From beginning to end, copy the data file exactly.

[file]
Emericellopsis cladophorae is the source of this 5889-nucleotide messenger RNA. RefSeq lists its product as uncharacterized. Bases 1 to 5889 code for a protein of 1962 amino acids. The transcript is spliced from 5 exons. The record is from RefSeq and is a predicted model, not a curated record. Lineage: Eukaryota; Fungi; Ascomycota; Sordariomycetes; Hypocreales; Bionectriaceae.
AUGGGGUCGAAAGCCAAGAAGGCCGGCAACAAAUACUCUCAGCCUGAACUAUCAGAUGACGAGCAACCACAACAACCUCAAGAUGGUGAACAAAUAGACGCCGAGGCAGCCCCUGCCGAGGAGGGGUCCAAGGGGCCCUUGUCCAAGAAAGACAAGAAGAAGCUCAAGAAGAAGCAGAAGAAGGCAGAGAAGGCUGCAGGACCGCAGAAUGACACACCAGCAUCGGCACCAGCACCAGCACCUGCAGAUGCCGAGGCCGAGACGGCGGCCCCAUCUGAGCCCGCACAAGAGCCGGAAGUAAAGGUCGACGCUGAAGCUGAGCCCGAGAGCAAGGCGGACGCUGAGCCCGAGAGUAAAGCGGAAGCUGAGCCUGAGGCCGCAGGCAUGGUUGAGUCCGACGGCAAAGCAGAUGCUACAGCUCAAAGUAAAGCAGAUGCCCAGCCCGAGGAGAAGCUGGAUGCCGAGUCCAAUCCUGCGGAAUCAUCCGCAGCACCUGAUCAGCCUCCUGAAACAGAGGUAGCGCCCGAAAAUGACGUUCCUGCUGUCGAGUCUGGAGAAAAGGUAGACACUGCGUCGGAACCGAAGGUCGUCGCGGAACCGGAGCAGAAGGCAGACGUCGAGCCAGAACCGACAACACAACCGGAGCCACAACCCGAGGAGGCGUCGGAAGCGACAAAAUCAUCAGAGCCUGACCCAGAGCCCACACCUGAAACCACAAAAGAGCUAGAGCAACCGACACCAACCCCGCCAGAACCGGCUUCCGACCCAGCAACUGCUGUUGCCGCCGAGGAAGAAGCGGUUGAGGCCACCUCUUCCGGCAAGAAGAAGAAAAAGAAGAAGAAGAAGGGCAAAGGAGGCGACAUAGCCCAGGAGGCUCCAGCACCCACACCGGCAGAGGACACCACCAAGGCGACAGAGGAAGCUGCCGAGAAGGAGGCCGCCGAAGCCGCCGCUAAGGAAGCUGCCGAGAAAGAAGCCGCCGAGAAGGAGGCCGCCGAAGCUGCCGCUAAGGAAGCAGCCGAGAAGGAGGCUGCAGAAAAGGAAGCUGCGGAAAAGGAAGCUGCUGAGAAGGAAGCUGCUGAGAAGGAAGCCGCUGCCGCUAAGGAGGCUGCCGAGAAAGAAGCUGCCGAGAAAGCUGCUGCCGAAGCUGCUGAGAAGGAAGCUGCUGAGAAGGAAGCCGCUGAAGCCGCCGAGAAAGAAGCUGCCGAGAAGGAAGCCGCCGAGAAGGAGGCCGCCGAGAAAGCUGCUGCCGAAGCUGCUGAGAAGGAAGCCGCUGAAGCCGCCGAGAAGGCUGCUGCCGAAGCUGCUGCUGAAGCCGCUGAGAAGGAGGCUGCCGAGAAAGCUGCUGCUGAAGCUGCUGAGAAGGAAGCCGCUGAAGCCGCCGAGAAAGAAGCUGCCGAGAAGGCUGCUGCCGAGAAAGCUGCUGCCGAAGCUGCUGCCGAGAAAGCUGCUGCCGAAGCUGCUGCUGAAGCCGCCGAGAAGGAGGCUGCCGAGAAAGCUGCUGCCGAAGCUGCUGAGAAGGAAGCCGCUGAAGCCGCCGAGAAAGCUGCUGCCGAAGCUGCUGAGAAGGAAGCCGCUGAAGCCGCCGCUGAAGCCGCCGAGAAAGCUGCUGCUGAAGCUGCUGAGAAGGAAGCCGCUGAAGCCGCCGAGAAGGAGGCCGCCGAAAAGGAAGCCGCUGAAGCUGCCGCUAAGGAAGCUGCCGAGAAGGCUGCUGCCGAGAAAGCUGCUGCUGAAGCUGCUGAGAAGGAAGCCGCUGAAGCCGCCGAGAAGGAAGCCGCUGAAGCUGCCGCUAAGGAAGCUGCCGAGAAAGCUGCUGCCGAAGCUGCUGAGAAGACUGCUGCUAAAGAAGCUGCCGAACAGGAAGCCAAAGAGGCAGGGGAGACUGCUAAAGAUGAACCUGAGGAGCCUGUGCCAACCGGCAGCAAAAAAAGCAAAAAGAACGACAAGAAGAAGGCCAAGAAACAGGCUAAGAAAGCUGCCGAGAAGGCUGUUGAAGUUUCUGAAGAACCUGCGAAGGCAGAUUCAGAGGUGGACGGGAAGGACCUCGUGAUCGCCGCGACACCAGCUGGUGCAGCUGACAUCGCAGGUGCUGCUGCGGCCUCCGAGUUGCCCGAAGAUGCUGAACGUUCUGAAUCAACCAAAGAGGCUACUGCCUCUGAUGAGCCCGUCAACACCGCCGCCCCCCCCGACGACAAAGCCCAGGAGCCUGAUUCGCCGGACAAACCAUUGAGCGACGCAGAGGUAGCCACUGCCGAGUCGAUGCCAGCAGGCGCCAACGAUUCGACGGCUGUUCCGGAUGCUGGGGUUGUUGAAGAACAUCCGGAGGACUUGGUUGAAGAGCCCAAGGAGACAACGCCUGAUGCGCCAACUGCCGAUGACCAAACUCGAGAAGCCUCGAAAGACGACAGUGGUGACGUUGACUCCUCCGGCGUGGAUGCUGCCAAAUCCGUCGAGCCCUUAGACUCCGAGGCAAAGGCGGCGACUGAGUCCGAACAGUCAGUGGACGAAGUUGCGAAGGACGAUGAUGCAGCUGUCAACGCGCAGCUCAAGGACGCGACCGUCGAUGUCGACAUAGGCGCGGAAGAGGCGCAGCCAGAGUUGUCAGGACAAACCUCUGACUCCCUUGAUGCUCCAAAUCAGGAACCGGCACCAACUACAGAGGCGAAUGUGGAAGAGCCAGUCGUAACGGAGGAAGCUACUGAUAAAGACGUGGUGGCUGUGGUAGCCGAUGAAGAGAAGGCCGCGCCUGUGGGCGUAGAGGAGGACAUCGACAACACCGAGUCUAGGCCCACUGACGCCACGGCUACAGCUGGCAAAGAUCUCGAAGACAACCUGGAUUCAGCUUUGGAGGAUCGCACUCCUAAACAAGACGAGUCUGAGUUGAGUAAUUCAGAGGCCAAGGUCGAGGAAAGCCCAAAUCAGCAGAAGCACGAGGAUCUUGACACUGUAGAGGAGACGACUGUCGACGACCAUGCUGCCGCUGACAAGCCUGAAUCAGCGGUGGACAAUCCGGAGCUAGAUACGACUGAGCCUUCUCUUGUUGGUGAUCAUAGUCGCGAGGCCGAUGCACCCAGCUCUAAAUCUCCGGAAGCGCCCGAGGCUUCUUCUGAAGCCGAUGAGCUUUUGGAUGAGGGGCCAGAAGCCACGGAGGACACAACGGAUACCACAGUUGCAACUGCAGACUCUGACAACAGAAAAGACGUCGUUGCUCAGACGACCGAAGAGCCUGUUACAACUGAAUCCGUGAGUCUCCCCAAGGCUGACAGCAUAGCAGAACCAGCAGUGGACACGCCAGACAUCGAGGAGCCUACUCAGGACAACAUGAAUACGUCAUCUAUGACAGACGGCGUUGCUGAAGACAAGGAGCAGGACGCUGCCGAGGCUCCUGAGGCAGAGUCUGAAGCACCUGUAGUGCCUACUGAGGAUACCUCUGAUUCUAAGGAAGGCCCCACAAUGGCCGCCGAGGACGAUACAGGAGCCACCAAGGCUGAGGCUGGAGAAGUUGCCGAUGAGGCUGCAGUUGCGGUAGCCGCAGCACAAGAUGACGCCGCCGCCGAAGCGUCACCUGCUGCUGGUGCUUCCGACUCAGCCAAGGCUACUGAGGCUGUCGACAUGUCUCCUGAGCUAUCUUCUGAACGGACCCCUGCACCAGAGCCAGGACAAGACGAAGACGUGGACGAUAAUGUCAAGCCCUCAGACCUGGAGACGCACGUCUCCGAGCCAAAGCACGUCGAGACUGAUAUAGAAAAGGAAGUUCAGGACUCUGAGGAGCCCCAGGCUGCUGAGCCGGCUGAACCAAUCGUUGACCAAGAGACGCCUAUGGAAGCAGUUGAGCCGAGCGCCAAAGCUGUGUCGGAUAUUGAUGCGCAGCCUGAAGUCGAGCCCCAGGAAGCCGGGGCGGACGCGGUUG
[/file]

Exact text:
Emericellopsis cladophorae is the source of this 5889-nucleotide messenger RNA. RefSeq lists its product as uncharacterized. Bases 1 to 5889 code for a protein of 1962 amino acids. The transcript is spliced from 5 exons. The record is from RefSeq and is a predicted model, not a curated record. Lineage: Eukaryota; Fungi; Ascomycota; Sordariomycetes; Hypocreales; Bionectriaceae.
AUGGGGUCGAAAGCCAAGAAGGCCGGCAACAAAUACUCUCAGCCUGAACUAUCAGAUGACGAGCAACCACAACAACCUCAAGAUGGUGAACAAAUAGACGCCGAGGCAGCCCCUGCCGAGGAGGGGUCCAAGGGGCCCUUGUCCAAGAAAGACAAGAAGAAGCUCAAGAAGAAGCAGAAGAAGGCAGAGAAGGCUGCAGGACCGCAGAAUGACACACCAGCAUCGGCACCAGCACCAGCACCUGCAGAUGCCGAGGCCGAGACGGCGGCCCCAUCUGAGCCCGCACAAGAGCCGGAAGUAAAGGUCGACGCUGAAGCUGAGCCCGAGAGCAAGGCGGACGCUGAGCCCGAGAGUAAAGCGGAAGCUGAGCCUGAGGCCGCAGGCAUGGUUGAGUCCGACGGCAAAGCAGAUGCUACAGCUCAAAGUAAAGCAGAUGCCCAGCCCGAGGAGAAGCUGGAUGCCGAGUCCAAUCCUGCGGAAUCAUCCGCAGCACCUGAUCAGCCUCCUGAAACAGAGGUAGCGCCCGAAAAUGACGUUCCUGCUGUCGAGUCUGGAGAAAAGGUAGACACUGCGUCGGAACCGAAGGUCGUCGCGGAACCGGAGCAGAAGGCAGACGUCGAGCCAGAACCGACAACACAACCGGAGCCACAACCCGAGGAGGCGUCGGAAGCGACAAAAUCAUCAGAGCCUGACCCAGAGCCCACACCUGAAACCACAAAAGAGCUAGAGCAACCGACACCAACCCCGCCAGAACCGGCUUCCGACCCAGCAACUGCUGUUGCCGCCGAGGAAGAAGCGGUUGAGGCCACCUCUUCCGGCAAGAAGAAGAAAAAGAAGAAGAAGAAGGGCAAAGGAGGCGACAUAGCCCAGGAGGCUCCAGCACCCACACCGGCAGAGGACACCACCAAGGCGACAGAGGAAGCUGCCGAGAAGGAGGCCGCCGAAGCCGCCGCUAAGGAAGCUGCCGAGAAAGAAGCCGCCGAGAAGGAGGCCGCCGAAGCUGCCGCUAAGGAAGCAGCCGAGAAGGAGGCUGCAGAAAAGGAAGCUGCGGAAAAGGAAGCUGCUGAGAAGGAAGCUGCUGAGAAGGAAGCCGCUGCCGCUAAGGAGGCUGCCGAGAAAGAAGCUGCCGAGAAAGCUGCUGCCGAAGCUGCUGAGAAGGAAGCUGCUGAGAAGGAAGCCGCUGAAGCCGCCGAGAAAGAAGCUGCCGAGAAGGAAGCCGCCGAGAAGGAGGCCGCCGAGAAAGCUGCUGCCGAAGCUGCUGAGAAGGAAGCCGCUGAAGCCGCCGAGAAGGCUGCUGCCGAAGCUGCUGCUGAAGCCGCUGAGAAGGAGGCUGCCGAGAAAGCUGCUGCUGAAGCUGCUGAGAAGGAAGCCGCUGAAGCCGCCGAGAAAGAAGCUGCCGAGAAGGCUGCUGCCGAGAAAGCUGCUGCCGAAGCUGCUGCCGAGAAAGCUGCUGCCGAAGCUGCUGCUGAAGCCGCCGAGAAGGAGGCUGCCGAGAAAGCUGCUGCCGAAGCUGCUGAGAAGGAAGCCGCUGAAGCCGCCGAGAAAGCUGCUGCCGAAGCUGCUGAGAAGGAAGCCGCUGAAGCCGCCGCUGAAGCCGCCGAGAAAGCUGCUGCUGAAGCUGCUGAGAAGGAAGCCGCUGAAGCCGCCGAGAAGGAGGCCGCCGAAAAGGAAGCCGCUGAAGCUGCCGCUAAGGAAGCUGCCGAGAAGGCUGCUGCCGAGAAAGCUGCUGCUGAAGCUGCUGAGAAGGAAGCCGCUGAAGCCGCCGAGAAGGAAGCCGCUGAAGCUGCCGCUAAGGAAGCUGCCGAGAAAGCUGCUGCCGAAGCUGCUGAGAAGACUGCUGCUAAAGAAGCUGCCGAACAGGAAGCCAAAGAGGCAGGGGAGACUGCUAAAGAUGAACCUGAGGAGCCUGUGCCAACCGGCAGCAAAAAAAGCAAAAAGAACGACAAGAAGAAGGCCAAGAAACAGGCUAAGAAAGCUGCCGAGAAGGCUGUUGAAGUUUCUGAAGAACCUGCGAAGGCAGAUUCAGAGGUGGACGGGAAGGACCUCGUGAUCGCCGCGACACCAGCUGGUGCAGCUGACAUCGCAGGUGCUGCUGCGGCCUCCGAGUUGCCCGAAGAUGCUGAACGUUCUGAAUCAACCAAAGAGGCUACUGCCUCUGAUGAGCCCGUCAACACCGCCGCCCCCCCCGACGACAAAGCCCAGGAGCCUGAUUCGCCGGACAAACCAUUGAGCGACGCAGAGGUAGCCACUGCCGAGUCGAUGCCAGCAGGCGCCAACGAUUCGACGGCUGUUCCGGAUGCUGGGGUUGUUGAAGAACAUCCGGAGGACUUGGUUGAAGAGCCCAAGGAGACAACGCCUGAUGCGCCAACUGCCGAUGACCAAACUCGAGAAGCCUCGAAAGACGACAGUGGUGACGUUGACUCCUCCGGCGUGGAUGCUGCCAAAUCCGUCGAGCCCUUAGACUCCGAGGCAAAGGCGGCGACUGAGUCCGAACAGUCAGUGGACGAAGUUGCGAAGGACGAUGAUGCAGCUGUCAACGCGCAGCUCAAGGACGCGACCGUCGAUGUCGACAUAGGCGCGGAAGAGGCGCAGCCAGAGUUGUCAGGACAAACCUCUGACUCCCUUGAUGCUCCAAAUCAGGAACCGGCACCAACUACAGAGGCGAAUGUGGAAGAGCCAGUCGUAACGGAGGAAGCUACUGAUAAAGACGUGGUGGCUGUGGUAGCCGAUGAAGAGAAGGCCGCGCCUGUGGGCGUAGAGGAGGACAUCGACAACACCGAGUCUAGGCCCACUGACGCCACGGCUACAGCUGGCAAAGAUCUCGAAGACAACCUGGAUUCAGCUUUGGAGGAUCGCACUCCUAAACAAGACGAGUCUGAGUUGAGUAAUUCAGAGGCCAAGGUCGAGGAAAGCCCAAAUCAGCAGAAGCACGAGGAUCUUGACACUGUAGAGGAGACGACUGUCGACGACCAUGCUGCCGCUGACAAGCCUGAAUCAGCGGUGGACAAUCCGGAGCUAGAUACGACUGAGCCUUCUCUUGUUGGUGAUCAUAGUCGCGAGGCCGAUGCACCCAGCUCUAAAUCUCCGGAAGCGCCCGAGGCUUCUUCUGAAGCCGAUGAGCUUUUGGAUGAGGGGCCAGAAGCCACGGAGGACACAACGGAUACCACAGUUGCAACUGCAGACUCUGACAACAGAAAAGACGUCGUUGCUCAGACGACCGAAGAGCCUGUUACAACUGAAUCCGUGAGUCUCCCCAAGGCUGACAGCAUAGCAGAACCAGCAGUGGACACGCCAGACAUCGAGGAGCCUACUCAGGACAACAUGAAUACGUCAUCUAUGACAGACGGCGUUGCUGAAGACAAGGAGCAGGACGCUGCCGAGGCUCCUGAGGCAGAGUCUGAAGCACCUGUAGUGCCUACUGAGGAUACCUCUGAUUCUAAGGAAGGCCCCACAAUGGCCGCCGAGGACGAUACAGGAGCCACCAAGGCUGAGGCUGGAGAAGUUGCCGAUGAGGCUGCAGUUGCGGUAGCCGCAGCACAAGAUGACGCCGCCGCCGAAGCGUCACCUGCUGCUGGUGCUUCCGACUCAGCCAAGGCUACUGAGGCUGUCGACAUGUCUCCUGAGCUAUCUUCUGAACGGACCCCUGCACCAGAGCCAGGACAAGACGAAGACGUGGACGAUAAUGUCAAGCCCUCAGACCUGGAGACGCACGUCUCCGAGCCAAAGCACGUCGAGACUGAUAUAGAAAAGGAAGUUCAGGACUCUGAGGAGCCCCAGGCUGCUGAGCCGGCUGAACCAAUCGUUGACCAAGAGACGCCUAUGGAAGCAGUUGAGCCGAGCGCCAAAGCUGUGUCGGAUAUUGAUGCGCAGCCUGAAGUCGAGCCCCAGGAAGCCGGGGCGGACGCGGUUG